Yesterday, I attended and presented at the Temech Conference for Women in Business. The conference is in its fourth year and geared toward religious women in business. Most of the nearly 500 women in attendance were ‘Haredi’. (This post will not be about what makes one Haredi, let’s just say that most women there would identify themselves as such, but many like myself and colleagues of mine in attendance, do not.)

The conference had two tracks, Hebrew and English, with content designed to help businesswomen run, market and grow their businesses, as well as deal with the challenges of being religious married mothers with businesses to run, market and grow.

While there were things here and there that rubbed me the wrong way (I wouldn’t be me if there hadn’t been), overall the conference was professional, took itself and its participants seriously, had relevant content for its audience and delivered what it promised – all important for a conference, and what its attendees deserve.

What struck me was the dissonance between what I felt the average Israeli might think a conference for Haredi women would look like, and what it actually was. I saw women who were put-together, serious, accomplished, eager to learn, succeed, and share with one another. I saw acceptance of those not necessarily exactly like themselves. And I saw a certain camaraderie – a sisterhood if you will.

English language keynote speaker Jamie Geller spoke of her personal journey as well as the building of her business and brand – and she was fabulous. People connected with her personal story and the savvy way she decided on and built her business – adding a new angle on an almost overdone theme. We were inspired and excited and we related.

Rebbetzin Yemima Mizrachi held the audience captivated with her soft spoken but incredibly poignant (and hysterical) speech filled with Torah, anecdotes, life lessons, commiserations and inspiration. It would be hard to walk away from the day without feeling armed to take on your personal and business challenges and make the change you want to see in your world.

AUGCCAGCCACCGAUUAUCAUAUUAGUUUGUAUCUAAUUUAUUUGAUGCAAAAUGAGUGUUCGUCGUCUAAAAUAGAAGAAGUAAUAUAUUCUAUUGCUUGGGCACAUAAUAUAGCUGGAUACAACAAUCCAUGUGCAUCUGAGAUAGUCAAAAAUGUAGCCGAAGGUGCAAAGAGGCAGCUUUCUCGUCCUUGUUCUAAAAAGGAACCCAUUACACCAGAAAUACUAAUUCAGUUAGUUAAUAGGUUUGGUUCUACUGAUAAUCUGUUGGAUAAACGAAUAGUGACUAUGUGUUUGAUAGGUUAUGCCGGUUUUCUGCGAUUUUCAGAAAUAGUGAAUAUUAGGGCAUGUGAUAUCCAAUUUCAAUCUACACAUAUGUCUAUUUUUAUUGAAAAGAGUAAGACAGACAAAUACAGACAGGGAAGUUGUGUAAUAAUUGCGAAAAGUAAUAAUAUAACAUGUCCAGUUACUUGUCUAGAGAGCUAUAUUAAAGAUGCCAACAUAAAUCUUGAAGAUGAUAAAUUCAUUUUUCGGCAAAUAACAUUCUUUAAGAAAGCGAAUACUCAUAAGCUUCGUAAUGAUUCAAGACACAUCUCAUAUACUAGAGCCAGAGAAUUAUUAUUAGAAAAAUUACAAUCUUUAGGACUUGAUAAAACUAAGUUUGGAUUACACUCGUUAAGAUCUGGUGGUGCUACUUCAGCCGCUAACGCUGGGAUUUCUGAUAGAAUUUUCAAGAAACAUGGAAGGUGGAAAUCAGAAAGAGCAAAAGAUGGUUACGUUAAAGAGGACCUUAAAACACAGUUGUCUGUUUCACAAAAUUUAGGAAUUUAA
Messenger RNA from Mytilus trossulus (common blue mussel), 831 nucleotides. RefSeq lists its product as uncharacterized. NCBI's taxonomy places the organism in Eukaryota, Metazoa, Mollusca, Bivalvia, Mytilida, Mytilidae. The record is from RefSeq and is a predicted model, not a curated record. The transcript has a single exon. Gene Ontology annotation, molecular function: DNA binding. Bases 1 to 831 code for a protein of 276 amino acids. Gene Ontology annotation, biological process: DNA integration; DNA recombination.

I want to stop here a moment and address the planners of the upcoming President’s Conference ‘Tomorrow’. Out of 26 plenary speakers, three are women. To them I say- “Listen up! Women are VITAL to any conversation about tomorrow!” In fact, I’ll go a step further and tell you that a conversation about tomorrow that lacks a large female voice is frankly – worthless. And that party line about not finding qualified women blah blah blah… One does not need to be a high powered CEO (male or female) of a high tech company to have valuable input on where we are going. People on the ground, people in the trenches, insightful people that see trends, see what’s going on with the next generation, that work with the very people whose futures you are contemplating, THEY are the people you need to be talking with. You want change? You must include the people who make it, even if they aren’t well paid or famous…

Back at Temech where most speakers were women, I facilitated a networking session, as well as ran a workshop on creating one’s brand. Both of these gave me the opportunity to hear from dozens of women running various businesses. (By far the most popular was the woman who ran a cleaning service. Her cards were snatched up like chametz after Pesach.)

From interior design to occupational therapy, from book editing to running a health food store, from a psychologist with 40 years experience to a young woman wanting to open a hotline for young women who have everyday questions but no one to ask – I saw intelligent, dedicated women who wanted to succeed. And they want to do it within the boundaries that their chosen lifestyle creates for them.

It is challenging enough to be a woman in today’s world. Add to that a business owner. Add to that a religious business owner who is more often than not a wife and mother! These women who want to succeed deserve a place to learn how to do so. They deserve a voice and they deserve our support.

Many people want to see change in Haredi society – and it does need to change. While some who support this conference – as well as many who attend – do so in order to maintain the status quo within the Haredi world of women working to support their learning husbands, others know the need for change, both economic and societal.

For those who want to see change, but do not want to see it happen in the context of a civil war, we must support this change on the inside as well as calling for change from the outside.